Thanks, WritersWeekly readers, for your great response to my article, No More Rejection Slips: Sub-Contract Article Assignments, published by WritersWeekly.com on August 3rd. Public relations agencies and creative design shops can provide a steady stream of lucrative article assignments to freelance writers — often over months or even years. Most of these assignments are writing marketing or employee newsletters which are typically published on a monthly or quarterly basis. Many writers asked exactly how they could get such work. Here’s how to find such opportunities and successfully sell your writing and professional skills to public relation agencies and creative design shops — even if you don’t have previous business communications, public relations or copywriting experience.
First Step: Find Great Opportunities
1) Check out newspaper ads. I found my first freelance newsletter assignments from a public relations agency by answering a Help Wanted ad for a newsletter writer. Look under “Writer,” “Copywriter,” “Public Relations,” and “Graphic Design.” Even if agencies are advertising for full-time employees, they also may need freelancers, particularly if they’ve recently landed new, big contracts.
2) Use professional contacts. Another freelancer writer I met through Independent Writers of Chicago recommended me to a public relations agency that was specifically looking for a writer with mortgage writing experience.
3) Personal networking. Tell everyone you know that you want to build your writing business. A mutual acquaintance recommended me to a technical writer who immediately hired me on a sub-contract basis in order to meet a tight deadline.
4) White Pages. Look under “Public Relations” or “Graphic Design” in the print version. It’s even easier to go online at http://www.whitepages.com and type in “Public Relations” in the Business Type field and your zip code (or the zip code of your targeted marking area or city.) I typed in my own zip code and got 40 P.R. listings with several different sub-categories, including Marketing Communications.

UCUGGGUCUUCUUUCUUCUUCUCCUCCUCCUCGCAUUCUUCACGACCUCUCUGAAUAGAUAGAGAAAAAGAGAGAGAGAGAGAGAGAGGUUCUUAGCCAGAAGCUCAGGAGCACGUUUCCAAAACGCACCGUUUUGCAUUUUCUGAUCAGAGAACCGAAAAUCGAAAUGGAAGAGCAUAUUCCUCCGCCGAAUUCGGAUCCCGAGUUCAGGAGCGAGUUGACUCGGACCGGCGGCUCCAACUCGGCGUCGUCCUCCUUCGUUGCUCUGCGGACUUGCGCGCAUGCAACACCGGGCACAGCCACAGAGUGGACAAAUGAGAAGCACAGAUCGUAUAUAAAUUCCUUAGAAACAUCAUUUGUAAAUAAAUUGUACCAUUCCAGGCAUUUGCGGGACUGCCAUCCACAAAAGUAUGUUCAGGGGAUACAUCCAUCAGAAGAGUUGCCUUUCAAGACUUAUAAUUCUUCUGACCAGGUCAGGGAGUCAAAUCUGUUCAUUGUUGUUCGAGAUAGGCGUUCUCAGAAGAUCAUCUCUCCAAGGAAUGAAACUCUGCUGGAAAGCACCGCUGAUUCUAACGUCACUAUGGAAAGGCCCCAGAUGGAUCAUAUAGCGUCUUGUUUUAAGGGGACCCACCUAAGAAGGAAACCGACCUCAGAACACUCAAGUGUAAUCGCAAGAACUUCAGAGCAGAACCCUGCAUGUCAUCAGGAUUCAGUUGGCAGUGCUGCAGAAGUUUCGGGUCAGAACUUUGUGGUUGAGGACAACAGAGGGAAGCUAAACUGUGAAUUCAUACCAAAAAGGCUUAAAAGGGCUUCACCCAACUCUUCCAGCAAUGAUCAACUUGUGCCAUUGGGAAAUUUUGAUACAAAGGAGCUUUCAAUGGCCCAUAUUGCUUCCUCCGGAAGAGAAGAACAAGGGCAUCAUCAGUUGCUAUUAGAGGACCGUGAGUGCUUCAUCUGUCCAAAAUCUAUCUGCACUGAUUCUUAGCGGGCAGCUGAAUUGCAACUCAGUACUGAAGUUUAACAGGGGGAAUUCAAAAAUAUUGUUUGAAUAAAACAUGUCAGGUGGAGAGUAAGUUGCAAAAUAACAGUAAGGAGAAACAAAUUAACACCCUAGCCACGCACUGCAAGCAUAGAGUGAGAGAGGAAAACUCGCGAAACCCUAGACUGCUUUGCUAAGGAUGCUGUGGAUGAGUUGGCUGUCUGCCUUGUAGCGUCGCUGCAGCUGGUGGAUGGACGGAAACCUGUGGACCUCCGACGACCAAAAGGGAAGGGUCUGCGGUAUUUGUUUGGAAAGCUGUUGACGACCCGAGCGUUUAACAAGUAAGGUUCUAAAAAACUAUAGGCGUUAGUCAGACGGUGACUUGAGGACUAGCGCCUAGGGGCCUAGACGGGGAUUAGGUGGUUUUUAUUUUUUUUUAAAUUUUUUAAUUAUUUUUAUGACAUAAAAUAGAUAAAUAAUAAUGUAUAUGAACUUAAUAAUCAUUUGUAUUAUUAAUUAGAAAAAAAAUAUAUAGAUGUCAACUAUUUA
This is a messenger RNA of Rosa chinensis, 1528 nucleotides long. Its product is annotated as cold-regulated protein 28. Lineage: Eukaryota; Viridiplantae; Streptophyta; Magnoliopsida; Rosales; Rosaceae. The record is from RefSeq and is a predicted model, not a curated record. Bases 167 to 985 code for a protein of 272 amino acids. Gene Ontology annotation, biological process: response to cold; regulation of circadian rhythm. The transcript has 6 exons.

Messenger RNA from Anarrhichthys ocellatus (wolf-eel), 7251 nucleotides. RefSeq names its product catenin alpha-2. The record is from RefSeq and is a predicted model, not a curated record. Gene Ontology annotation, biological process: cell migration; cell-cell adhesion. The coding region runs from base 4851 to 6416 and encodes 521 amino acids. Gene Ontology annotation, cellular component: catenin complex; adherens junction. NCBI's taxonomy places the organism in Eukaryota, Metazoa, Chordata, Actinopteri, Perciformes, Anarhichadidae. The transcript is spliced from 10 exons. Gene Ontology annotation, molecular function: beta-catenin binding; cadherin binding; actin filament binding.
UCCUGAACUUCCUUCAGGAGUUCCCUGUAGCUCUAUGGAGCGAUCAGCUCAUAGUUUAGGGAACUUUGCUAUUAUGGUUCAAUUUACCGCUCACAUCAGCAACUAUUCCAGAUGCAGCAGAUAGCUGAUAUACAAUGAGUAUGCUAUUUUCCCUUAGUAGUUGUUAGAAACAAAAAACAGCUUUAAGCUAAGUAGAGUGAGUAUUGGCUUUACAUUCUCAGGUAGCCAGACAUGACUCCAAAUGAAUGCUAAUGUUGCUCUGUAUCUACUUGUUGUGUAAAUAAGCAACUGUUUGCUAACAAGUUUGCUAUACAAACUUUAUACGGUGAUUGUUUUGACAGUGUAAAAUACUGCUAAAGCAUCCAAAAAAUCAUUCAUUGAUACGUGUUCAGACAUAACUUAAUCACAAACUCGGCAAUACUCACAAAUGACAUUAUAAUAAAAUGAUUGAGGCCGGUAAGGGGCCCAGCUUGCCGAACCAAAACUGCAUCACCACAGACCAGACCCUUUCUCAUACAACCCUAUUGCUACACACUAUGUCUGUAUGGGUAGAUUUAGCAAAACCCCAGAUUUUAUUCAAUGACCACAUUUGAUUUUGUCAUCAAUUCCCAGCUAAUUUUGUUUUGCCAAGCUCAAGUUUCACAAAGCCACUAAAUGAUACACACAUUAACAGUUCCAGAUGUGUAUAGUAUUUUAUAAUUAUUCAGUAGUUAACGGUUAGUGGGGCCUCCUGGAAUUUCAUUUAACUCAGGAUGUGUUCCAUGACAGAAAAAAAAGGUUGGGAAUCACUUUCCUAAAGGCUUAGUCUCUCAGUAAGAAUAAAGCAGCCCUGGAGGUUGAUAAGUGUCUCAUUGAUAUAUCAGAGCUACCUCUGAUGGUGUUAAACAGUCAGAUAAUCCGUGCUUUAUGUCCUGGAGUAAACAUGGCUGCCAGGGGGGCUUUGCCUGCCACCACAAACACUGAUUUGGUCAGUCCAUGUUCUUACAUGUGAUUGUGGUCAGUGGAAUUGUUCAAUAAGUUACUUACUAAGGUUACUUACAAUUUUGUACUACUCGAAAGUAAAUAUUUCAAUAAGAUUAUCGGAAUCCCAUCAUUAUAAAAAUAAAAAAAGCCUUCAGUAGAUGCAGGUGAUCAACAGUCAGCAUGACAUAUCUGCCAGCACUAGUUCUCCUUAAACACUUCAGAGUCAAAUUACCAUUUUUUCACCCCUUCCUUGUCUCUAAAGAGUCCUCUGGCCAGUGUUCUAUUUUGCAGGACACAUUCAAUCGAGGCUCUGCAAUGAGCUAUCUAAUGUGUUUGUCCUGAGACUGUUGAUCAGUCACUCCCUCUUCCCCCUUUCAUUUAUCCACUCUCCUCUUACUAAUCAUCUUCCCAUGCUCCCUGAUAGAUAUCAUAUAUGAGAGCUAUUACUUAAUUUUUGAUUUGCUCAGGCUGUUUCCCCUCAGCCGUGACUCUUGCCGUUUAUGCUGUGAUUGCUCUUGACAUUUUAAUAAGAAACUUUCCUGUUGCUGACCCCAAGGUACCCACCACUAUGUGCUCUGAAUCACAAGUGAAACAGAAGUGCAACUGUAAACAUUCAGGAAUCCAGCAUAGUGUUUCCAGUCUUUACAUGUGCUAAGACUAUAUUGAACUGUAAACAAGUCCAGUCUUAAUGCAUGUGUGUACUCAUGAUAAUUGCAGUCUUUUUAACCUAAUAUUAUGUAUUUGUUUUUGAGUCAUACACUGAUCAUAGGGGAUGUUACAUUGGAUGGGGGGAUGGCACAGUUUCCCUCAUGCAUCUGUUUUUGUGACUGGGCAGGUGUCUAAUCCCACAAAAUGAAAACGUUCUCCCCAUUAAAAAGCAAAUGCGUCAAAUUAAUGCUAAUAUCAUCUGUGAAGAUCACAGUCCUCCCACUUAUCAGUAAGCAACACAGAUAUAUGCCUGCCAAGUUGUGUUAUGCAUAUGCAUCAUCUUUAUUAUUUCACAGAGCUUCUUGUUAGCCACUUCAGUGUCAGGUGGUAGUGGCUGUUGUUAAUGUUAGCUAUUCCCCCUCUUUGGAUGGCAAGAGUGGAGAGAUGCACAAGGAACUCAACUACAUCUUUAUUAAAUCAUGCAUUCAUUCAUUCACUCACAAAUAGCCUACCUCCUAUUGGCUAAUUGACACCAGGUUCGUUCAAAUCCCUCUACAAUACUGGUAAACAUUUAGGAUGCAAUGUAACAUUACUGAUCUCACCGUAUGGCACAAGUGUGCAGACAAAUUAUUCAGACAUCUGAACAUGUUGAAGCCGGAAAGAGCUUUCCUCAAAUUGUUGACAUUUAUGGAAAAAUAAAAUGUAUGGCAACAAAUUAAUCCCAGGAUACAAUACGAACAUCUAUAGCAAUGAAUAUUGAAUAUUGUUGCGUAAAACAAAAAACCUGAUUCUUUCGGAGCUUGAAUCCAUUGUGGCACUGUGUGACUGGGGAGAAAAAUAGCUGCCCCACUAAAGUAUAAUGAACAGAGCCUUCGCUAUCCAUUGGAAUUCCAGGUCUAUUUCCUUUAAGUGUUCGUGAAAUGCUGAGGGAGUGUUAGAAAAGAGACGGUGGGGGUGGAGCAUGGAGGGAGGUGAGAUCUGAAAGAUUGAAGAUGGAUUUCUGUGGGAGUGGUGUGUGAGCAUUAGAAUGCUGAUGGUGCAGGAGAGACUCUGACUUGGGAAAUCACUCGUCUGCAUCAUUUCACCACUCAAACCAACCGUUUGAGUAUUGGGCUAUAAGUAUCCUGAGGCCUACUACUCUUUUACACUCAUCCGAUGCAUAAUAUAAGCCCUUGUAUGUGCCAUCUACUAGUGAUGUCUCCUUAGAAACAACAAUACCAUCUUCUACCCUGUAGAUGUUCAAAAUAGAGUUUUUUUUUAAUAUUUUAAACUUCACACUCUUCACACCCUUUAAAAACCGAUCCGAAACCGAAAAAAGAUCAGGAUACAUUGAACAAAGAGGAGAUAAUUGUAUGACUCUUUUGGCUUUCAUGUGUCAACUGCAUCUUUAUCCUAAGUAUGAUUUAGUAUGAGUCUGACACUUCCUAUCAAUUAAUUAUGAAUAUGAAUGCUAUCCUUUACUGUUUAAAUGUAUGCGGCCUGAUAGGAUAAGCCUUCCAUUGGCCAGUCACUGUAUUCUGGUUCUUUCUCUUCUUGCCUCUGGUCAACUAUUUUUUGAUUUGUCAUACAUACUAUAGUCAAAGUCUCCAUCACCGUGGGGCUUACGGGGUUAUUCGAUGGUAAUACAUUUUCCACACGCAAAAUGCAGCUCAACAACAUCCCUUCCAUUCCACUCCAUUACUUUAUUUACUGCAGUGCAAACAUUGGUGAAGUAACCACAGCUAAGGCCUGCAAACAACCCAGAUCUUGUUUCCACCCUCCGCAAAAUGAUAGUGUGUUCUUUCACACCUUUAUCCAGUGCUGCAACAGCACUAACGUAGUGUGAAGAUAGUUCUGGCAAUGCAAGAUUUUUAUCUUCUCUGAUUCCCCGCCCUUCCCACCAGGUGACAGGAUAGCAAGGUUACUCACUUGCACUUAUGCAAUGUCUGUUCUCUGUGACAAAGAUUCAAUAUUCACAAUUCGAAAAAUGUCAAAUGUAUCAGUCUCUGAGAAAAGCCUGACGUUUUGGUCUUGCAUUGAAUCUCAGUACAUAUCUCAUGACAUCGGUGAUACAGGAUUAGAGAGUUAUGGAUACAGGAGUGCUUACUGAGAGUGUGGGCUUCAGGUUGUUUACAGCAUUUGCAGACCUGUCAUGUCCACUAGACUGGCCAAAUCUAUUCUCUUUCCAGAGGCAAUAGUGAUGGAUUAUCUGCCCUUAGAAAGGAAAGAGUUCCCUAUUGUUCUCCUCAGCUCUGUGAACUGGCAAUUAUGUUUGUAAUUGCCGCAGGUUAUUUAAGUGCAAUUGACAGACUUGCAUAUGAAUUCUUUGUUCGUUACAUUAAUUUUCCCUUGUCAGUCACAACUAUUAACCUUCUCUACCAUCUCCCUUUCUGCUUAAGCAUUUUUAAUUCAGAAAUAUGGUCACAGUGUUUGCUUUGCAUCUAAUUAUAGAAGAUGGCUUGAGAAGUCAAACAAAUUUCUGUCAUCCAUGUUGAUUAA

5) Professional organizations. Contact your local Chamber of Commerce and local chapter of the Public Relations Society of America.
6) Other ideas. Find out if an outside contractor creates newsletters for any nonprofit or religious organizations that you belong to, or banks or businesses that you patronize. In addition, your neighborhood print shops that print newsletters may be willing to connect you with agencies or creative design shops that they serve.
Step 2: Sell Your Abilities
1) Your writing skills. Even if you’ve never written marketing materials, you can still use your consumer and trade publication clips to get sub-contract work, as I first did 20 years ago. Research the web sites of public relations agencies to learn what services they offer and what type of clients and industries they serve. For example, if you’ve written about health for consumer magazines or newspapers, find agencies or design shops that have clients in the healthcare industry.
If you have knowledge about a particular industry through writing for a trade publication, or employment or education, look for agencies that cater to companies in those industries. Also, if you have experience writing about a particular type of business such as entrepreneurs, non-profits or real estate agencies, for example, you can use this expertise to land sub-contact work with agencies that specialize in those areas.
2) Your location. You also can use your location as a competitive edge. It pays to be a local writer because you are available to attend marketing meetings with the agency’s clients. Being a local writer also makes it easier to have an initial in-person with the agency’s or shop’s principal to present your portfolio. However, keep in mind that sometimes agencies are looking for out-of-town writers, particularly in they have clients in your locale.
3) Your professionalism. In addition to your selling your writing skills, you also need to prove your ability to work effectively and professionally with the contractor’s clients. Contractors may have spent weeks or months developing business relationships and landing contracts. Even though you’re a freelancer, you represent the contractor’s agency in the eyes of the client. It’s important to be professional in all interactions as well as appearance.
Be aware that you need to understand and honor client confidentiality and may be required to sign non-disclosure and non-compete agreements on certain projects.
L. L. Star has worked as a full-time professional freelance writer, editor and newsletter designer for over 20 years. She has written at least 1,007 published articles, and specializes in writing about travel, history, Americana, business, personal finance, children and families. She welcomes your comments and questions and can be reached at: LStarwriter (at) aol.com